Q752  Baroness Thornton: It is very reassuring to know that Jeremy Paxman has you looking after his interests! I would like to move on to preserving public service broadcasting beyond the BBC. In your evidence, you rightly raise the issue that when the digital switchover happens, ITV, Channel 4 and Channel 5, who fulfil public service broadcast requirements in return for free analogue spectrum, will lose that and you said that you thought you had a new system which would require effective regulation and possibly primary legislation and that you would be pleased to elaborate on this to us. So, in a way, what I think I am doing is inviting you to do that, to tell us what you think that system might look like and also I would like to ask for the Media Standards Trust's comment on this too.

  Mr Dear: Tim is going to answer the point in substance but, in terms of an alternative model, we are meeting with James Purnell at 3.00 this afternoon to put in front of him what we believe is an alternative model. We have produced a document on that and we are happy to make that available to members of the Committee subsequent to today's hearing.

  Q753  Baroness Thornton: We are going to get a preview! Thank you.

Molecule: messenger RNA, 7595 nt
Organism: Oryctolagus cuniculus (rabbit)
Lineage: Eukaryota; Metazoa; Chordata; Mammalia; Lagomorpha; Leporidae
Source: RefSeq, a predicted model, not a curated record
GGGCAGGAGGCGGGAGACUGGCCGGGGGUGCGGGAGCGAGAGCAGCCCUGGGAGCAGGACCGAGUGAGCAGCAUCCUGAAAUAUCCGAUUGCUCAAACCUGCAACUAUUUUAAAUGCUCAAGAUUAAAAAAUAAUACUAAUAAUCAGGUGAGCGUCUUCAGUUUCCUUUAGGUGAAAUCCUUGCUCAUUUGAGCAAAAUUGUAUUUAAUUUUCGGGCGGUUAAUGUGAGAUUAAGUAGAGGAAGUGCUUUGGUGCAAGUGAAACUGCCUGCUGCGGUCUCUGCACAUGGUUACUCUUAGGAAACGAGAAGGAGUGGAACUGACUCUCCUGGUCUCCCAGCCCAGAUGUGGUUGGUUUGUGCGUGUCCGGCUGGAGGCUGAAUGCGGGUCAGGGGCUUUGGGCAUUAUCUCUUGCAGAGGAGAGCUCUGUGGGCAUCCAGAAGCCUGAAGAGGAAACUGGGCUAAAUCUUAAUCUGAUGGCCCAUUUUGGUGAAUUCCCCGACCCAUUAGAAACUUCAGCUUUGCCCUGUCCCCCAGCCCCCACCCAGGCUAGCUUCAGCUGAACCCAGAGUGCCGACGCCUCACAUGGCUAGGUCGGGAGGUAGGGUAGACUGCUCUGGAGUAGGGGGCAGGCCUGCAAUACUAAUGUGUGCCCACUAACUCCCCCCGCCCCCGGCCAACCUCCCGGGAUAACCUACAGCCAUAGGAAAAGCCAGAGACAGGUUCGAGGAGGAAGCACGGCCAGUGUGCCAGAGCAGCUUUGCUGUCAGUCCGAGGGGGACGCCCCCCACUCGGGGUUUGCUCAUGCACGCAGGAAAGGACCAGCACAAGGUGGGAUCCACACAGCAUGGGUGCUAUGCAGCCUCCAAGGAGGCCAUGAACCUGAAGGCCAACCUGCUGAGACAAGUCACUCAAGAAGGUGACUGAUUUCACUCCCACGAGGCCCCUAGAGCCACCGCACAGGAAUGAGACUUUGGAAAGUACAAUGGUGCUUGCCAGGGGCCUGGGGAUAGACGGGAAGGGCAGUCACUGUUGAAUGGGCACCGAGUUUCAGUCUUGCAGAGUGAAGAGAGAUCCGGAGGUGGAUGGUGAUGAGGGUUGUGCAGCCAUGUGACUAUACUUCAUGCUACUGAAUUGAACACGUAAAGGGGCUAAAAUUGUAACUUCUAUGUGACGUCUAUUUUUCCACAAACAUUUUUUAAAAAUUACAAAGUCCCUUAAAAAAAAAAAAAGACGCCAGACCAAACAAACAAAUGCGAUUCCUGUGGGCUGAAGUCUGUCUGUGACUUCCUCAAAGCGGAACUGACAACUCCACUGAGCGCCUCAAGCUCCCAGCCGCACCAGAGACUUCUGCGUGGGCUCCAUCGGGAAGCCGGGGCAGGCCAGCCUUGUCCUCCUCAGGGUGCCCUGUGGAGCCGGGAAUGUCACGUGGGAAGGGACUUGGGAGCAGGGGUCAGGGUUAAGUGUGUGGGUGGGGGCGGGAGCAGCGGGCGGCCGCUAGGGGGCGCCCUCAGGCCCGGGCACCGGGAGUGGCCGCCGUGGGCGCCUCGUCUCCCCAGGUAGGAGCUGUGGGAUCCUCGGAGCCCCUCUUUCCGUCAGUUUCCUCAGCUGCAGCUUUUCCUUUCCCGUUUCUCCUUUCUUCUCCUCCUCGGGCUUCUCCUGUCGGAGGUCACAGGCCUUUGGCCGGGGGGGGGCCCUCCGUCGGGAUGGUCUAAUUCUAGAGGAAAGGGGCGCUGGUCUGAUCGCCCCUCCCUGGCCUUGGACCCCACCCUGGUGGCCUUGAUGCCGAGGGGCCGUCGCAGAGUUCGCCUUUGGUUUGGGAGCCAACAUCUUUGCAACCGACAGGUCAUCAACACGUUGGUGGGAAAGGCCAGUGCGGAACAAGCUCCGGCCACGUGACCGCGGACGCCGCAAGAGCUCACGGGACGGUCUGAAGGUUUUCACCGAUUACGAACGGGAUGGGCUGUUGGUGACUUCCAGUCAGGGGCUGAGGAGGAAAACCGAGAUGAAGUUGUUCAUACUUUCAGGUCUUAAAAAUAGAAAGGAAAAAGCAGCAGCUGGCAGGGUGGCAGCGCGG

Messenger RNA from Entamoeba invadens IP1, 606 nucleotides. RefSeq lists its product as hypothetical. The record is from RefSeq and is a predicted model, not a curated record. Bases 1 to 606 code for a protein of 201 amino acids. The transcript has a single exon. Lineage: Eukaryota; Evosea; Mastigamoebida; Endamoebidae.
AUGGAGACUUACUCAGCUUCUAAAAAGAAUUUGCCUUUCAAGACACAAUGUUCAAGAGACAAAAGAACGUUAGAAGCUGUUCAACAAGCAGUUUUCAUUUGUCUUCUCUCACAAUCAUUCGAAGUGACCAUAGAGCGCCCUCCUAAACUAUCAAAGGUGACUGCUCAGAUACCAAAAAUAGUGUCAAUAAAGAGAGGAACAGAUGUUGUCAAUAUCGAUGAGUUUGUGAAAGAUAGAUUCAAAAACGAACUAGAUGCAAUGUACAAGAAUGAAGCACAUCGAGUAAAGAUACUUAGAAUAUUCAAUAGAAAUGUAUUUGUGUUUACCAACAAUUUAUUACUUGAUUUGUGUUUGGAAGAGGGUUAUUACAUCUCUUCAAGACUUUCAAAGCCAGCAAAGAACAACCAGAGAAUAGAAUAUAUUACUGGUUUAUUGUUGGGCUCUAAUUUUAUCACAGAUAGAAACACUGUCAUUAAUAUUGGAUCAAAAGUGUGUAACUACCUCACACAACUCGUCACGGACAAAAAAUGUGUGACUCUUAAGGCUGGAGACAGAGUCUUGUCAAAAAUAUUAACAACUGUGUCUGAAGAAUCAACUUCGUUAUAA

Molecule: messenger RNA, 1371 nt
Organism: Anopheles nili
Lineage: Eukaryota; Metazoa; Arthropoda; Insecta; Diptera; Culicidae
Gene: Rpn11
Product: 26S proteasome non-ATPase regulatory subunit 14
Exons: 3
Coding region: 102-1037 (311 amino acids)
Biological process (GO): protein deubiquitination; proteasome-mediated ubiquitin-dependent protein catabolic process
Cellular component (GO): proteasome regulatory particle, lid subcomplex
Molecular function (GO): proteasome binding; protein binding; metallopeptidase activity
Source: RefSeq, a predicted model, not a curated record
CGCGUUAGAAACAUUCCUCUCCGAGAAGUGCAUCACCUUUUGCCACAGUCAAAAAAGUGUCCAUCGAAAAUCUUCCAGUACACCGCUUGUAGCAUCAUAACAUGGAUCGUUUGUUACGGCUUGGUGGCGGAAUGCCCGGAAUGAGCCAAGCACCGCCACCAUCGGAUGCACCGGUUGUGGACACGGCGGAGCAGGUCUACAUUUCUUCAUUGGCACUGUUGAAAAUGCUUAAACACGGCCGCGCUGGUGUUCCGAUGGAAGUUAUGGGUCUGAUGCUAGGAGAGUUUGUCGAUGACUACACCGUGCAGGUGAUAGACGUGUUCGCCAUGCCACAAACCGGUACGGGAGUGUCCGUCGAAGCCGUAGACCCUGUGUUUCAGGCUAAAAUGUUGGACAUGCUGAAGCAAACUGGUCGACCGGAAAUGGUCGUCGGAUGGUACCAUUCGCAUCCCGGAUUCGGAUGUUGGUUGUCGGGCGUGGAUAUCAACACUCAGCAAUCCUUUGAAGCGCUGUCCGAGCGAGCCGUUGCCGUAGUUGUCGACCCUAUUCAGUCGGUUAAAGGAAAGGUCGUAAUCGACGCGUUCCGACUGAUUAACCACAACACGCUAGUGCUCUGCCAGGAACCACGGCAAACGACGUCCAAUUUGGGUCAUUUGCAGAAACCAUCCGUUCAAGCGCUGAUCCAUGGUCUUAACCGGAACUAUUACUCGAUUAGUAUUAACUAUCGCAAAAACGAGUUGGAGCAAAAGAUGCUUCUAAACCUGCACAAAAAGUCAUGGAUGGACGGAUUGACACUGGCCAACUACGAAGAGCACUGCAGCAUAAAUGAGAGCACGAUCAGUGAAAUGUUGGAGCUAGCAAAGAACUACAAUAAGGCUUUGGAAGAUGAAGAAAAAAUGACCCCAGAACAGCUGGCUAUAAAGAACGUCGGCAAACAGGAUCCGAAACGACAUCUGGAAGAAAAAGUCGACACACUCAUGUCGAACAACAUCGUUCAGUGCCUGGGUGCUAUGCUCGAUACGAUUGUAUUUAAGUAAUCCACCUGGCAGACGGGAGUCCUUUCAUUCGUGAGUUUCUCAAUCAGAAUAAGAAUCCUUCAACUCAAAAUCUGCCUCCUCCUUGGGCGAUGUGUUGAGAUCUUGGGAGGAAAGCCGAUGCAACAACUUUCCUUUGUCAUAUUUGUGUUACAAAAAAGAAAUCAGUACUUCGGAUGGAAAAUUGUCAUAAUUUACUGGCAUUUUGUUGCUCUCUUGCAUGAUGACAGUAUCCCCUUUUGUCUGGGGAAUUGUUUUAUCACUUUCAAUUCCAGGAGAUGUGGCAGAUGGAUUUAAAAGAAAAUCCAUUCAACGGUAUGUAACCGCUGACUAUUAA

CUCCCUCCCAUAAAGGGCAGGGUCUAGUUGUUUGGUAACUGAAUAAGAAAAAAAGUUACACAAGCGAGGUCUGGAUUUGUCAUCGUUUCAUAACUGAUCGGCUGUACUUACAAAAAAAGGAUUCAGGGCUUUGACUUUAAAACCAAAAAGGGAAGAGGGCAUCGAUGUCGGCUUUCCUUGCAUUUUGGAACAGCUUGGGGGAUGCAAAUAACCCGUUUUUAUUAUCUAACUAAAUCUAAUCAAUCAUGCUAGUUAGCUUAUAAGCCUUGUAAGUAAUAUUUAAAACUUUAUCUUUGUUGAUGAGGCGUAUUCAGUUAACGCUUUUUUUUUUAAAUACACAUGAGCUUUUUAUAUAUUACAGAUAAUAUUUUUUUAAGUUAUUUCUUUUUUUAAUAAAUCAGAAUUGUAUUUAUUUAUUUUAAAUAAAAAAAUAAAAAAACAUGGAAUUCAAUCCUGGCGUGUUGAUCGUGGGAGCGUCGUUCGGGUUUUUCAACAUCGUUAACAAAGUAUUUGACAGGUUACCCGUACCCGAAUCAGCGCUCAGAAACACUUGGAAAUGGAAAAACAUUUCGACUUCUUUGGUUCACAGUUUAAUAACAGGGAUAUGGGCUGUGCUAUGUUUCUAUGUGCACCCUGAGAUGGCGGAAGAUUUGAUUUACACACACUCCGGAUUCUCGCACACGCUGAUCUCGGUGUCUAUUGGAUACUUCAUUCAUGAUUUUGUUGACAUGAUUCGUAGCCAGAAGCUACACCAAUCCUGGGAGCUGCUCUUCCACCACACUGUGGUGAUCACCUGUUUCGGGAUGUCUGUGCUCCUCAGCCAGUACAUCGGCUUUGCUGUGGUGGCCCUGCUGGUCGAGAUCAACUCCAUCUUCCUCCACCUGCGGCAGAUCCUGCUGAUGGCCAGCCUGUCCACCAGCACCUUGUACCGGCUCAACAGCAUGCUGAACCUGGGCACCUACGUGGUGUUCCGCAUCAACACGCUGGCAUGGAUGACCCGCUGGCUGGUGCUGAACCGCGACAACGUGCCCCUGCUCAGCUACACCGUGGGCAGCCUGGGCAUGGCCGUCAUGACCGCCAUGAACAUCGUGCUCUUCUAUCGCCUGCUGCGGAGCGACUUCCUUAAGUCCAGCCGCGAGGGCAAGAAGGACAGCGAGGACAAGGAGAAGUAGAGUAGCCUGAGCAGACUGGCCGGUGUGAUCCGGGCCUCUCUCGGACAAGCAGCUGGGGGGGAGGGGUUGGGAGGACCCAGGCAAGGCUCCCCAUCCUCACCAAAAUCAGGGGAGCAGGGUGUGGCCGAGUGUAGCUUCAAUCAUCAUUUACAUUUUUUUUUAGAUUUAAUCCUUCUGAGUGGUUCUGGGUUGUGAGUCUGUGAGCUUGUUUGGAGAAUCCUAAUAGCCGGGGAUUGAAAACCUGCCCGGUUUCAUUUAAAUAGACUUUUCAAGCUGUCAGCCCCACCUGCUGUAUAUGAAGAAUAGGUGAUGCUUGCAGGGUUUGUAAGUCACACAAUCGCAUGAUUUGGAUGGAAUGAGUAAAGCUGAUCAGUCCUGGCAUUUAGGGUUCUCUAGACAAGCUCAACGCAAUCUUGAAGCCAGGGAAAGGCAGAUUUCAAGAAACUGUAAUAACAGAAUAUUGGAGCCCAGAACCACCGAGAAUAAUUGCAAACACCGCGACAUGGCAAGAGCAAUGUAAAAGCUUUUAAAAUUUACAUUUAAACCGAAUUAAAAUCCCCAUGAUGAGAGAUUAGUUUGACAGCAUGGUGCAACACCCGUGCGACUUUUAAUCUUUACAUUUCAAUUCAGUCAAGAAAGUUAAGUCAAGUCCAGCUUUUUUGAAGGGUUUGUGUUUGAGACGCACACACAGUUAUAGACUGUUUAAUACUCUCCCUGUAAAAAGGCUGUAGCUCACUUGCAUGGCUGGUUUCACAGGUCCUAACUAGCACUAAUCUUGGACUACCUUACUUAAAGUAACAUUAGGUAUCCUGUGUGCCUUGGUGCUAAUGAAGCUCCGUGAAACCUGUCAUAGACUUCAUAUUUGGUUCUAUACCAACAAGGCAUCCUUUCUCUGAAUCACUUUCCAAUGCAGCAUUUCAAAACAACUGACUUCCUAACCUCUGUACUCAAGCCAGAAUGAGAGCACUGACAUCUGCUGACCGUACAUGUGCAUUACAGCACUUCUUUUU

Mr Gopsill: We have submitted it to Ofcom in response to the future news consultation that they are doing. We would say that the main concern is to preserve the idea and system that it is possible to regulate television and put public service requirements on television in the digital future because there has been so much commentary to the effect that the digital and online future means that the old rationale for regulation disappears, the old rationale being the spectrum scarcity and the reasonable nature of putting requirements on a licence from the State and there have been so many commercial interests saying, "This is all going to go and television is going to become like newspapers, incapable of being regulated, partisan" and all the rest of it. We simply do not accept that and what we have been working out is a system of maintaining it using two areas. The first one is high definition television and the demand from broadcasters for access to the digital spectrum for that purpose, and we cannot see why that should not be tied to an obligation for public service commitments from the broadcaster concerned. The second one is what are known as the listed events, the 10 listed events, that is the very high-profile sports events which are covered by legislation restricting their broadcast to free-to-air terrestrial broadcasters. Again, the possibility for bidding for those events is a highly desirable property for broadcasters and that too should be tied to companies that have a public service commitment and put obligations on them. Of course, the listed events are themselves public service broadcasting. I think the NUJ is very keen to say that public service broadcasting is not just news and current affairs, which is our own area of direct concern, it is also high-quality programmes in all other areas, drama, comedy and everything else.